Bobby: You've been winning art contest since you where a young boy, how did you get started?
DILLON: It all started with the push of a pencil. Most kids were playing four square or reading some weird ass book. I was lost in my doodles and sketches of random subjects (mostly comics). Sometimes I would draw the teacher making out with a student. I actually got caught drawing a “little guy” hanging from a clothes line (between two buildings) going to the “bathroom” on someone below. - That one was sent back home to my Dad with a “bad behavior” remark. I don’t remember him doing anything about it so it must have not been too bad. As I got older I stayed immature but I stopped drawing naked dudes.
Bobby: What is your favorite piece?
DILLON: Did I mention most artists are narcissistic? My favorite personal piece isn’t here yet. It’s on the way. It is a vinyl toy figure of thyself. (I know, how disgustingly beautiful right?) Anyway, it will have a respirator mask similar to the one I use when I paint. There will be about 4-5 variations at a quantity of about 250 each. There will also be a DIY (do-it-yourself) version that collectors will be able to custom paint. You can view the prototype here… http://www.flickr.com/photos/hollyworx/3529664384/
Bobby: You've taken northern Italy by storm, been featured in TIME Magazine, and are receiving request from Galleries in the states to showcase your work--what's your next goal?
DILLON: How about the world’s largest self portrait by one sole artist? My goal is to have it completed by the end of the summer. It should be about 6,000 square feet and consist of many faces (I’m not completely vain on this one).
Bobby: The current economic crises are causing city and state governments to cut funding for art programs-what's your take on the subject?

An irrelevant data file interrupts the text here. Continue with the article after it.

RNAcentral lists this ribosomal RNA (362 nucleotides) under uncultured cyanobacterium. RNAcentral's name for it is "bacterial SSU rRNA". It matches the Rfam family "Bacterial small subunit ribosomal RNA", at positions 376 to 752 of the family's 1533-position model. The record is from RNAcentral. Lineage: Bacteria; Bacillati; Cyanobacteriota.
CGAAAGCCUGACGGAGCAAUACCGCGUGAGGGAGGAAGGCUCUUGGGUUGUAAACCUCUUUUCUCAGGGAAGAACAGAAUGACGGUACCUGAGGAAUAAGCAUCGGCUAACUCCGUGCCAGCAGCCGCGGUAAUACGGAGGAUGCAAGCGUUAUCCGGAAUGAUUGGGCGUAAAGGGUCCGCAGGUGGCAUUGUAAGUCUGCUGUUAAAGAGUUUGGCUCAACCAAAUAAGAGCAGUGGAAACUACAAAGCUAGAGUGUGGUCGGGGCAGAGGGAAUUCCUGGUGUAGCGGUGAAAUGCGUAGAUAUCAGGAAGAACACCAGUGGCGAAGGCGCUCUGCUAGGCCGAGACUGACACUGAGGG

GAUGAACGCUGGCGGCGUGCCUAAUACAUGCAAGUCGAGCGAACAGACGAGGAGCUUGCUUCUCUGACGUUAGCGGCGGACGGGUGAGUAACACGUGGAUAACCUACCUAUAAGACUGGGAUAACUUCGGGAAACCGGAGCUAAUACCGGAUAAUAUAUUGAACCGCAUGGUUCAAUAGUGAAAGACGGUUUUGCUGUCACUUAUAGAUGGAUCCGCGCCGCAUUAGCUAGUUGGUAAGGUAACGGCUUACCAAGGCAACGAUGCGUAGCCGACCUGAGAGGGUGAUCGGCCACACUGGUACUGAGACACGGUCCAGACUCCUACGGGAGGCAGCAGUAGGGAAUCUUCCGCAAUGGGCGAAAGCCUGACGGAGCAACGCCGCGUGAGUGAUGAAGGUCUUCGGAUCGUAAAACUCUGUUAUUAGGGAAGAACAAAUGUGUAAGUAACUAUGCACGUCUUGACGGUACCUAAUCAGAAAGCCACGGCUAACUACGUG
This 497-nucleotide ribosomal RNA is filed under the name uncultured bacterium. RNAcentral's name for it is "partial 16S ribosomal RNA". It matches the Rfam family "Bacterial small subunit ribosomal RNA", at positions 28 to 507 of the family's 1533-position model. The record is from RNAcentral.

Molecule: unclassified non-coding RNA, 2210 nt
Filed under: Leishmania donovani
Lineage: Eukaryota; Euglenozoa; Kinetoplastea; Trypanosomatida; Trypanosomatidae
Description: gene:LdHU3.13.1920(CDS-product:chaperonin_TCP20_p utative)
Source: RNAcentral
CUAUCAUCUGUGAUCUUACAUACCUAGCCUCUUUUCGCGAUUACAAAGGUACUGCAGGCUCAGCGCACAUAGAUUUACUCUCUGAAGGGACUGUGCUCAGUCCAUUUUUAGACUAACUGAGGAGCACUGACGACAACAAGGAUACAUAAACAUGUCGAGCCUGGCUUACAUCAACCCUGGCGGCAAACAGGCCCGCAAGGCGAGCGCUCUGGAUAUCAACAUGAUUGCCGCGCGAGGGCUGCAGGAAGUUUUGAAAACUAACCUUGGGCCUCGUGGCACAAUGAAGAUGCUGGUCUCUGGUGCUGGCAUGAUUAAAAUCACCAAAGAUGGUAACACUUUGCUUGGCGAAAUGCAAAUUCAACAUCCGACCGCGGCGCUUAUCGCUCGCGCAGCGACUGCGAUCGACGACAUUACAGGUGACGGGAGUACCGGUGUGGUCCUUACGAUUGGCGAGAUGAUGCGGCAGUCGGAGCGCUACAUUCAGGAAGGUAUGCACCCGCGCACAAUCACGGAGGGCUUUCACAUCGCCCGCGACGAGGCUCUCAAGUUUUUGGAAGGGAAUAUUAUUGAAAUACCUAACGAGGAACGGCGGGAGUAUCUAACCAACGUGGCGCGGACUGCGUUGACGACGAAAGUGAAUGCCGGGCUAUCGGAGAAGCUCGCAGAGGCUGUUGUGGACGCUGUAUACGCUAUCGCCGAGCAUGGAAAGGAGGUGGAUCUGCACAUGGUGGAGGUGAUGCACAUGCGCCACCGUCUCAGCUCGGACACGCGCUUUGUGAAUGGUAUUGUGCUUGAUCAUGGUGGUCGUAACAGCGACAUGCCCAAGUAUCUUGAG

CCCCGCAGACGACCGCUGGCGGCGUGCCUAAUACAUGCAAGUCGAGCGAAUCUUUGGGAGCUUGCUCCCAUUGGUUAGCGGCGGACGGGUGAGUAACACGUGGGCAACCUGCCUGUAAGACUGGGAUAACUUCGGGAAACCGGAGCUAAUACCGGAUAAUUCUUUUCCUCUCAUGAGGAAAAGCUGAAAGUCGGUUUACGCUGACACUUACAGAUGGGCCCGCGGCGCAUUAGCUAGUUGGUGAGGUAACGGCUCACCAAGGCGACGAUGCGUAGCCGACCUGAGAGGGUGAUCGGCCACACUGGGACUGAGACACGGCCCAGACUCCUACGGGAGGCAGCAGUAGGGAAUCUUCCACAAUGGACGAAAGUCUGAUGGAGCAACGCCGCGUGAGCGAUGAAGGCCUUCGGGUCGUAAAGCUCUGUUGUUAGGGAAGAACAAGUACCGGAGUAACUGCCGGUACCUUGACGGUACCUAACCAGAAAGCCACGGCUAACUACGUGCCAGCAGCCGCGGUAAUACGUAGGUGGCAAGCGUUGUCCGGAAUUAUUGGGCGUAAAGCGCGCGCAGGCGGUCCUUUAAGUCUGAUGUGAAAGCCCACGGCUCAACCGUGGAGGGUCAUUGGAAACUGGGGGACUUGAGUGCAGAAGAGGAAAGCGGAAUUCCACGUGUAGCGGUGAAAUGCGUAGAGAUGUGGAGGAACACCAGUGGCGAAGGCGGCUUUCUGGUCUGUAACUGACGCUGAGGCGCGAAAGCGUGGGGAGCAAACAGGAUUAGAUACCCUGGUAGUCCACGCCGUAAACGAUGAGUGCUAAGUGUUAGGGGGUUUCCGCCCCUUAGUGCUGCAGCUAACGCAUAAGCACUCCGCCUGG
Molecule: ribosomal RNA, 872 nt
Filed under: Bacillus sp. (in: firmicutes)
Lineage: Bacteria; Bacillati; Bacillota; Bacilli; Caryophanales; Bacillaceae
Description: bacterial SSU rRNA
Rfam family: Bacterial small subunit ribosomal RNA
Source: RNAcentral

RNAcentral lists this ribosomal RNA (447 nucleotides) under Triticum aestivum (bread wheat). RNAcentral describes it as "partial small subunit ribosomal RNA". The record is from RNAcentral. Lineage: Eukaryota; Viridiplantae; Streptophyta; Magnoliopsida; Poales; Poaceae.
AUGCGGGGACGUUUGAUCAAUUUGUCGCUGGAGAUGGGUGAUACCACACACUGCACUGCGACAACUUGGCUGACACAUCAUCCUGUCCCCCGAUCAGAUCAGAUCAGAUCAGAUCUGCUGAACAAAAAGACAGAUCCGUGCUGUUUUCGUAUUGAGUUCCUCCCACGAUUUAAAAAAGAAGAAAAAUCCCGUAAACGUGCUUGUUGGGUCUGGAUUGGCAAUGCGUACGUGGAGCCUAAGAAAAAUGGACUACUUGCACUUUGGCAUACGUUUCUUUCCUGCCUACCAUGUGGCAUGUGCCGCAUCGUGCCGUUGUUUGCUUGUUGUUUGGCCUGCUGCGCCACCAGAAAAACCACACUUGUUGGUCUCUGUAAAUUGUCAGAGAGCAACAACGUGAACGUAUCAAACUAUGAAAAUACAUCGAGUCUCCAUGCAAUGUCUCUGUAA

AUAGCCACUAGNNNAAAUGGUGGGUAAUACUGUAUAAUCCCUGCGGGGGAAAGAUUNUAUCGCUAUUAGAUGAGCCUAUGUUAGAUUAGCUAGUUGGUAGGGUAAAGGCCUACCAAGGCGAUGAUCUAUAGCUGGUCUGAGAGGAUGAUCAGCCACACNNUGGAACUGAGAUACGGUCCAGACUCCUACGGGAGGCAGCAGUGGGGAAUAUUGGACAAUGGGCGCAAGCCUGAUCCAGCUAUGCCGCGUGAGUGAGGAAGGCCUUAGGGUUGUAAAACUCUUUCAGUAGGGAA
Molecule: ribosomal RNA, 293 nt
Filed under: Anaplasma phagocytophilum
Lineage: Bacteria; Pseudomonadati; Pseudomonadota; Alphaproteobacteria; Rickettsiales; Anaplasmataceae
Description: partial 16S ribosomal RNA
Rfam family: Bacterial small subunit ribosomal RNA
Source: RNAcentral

DILLON: I have absolutely no knowledge on the subject of funding for art programs. Maybe I should know more but I have always been reluctant to ask for assistance. Probably out of fear of rejection. I am not at all saying anything negative about these fruitful programs. I am all for it. I just have never encountered the experience of help from an outside organization. I do however love giving back. I will be listing 100 Celebrity Nude Paintings. (Don’t let the title throw you off) To raise money for breast cancer I will be selling paintings of boobs. Yes, you heard me right. Each painting will be of a stellar boob named after a famous actress. They should start going up this month so keep your eyes peeled for that.
Bobby: Many of our readers love music-who do you listen to as you work?
DILLON: I listen to ALL music… and I mean no offense to anyone but you would probably never catch me listening to Country or Gospel. A song that has caught my ear recently that is now on rotation in the studio is a song called Welcome Home by Coheed and Cambria.
Bobby: Final question--do you see yourself doing more commercial work, maybe designing clothes?
DILLON: I definitely see myself designing gear somewhere in the near future. Who knows maybe I’ll let my daughter take the reigns on that one. She’s only 3 months old so lets give her a couple years first.
A wink and a nod to Bobby Humes for the chance to express.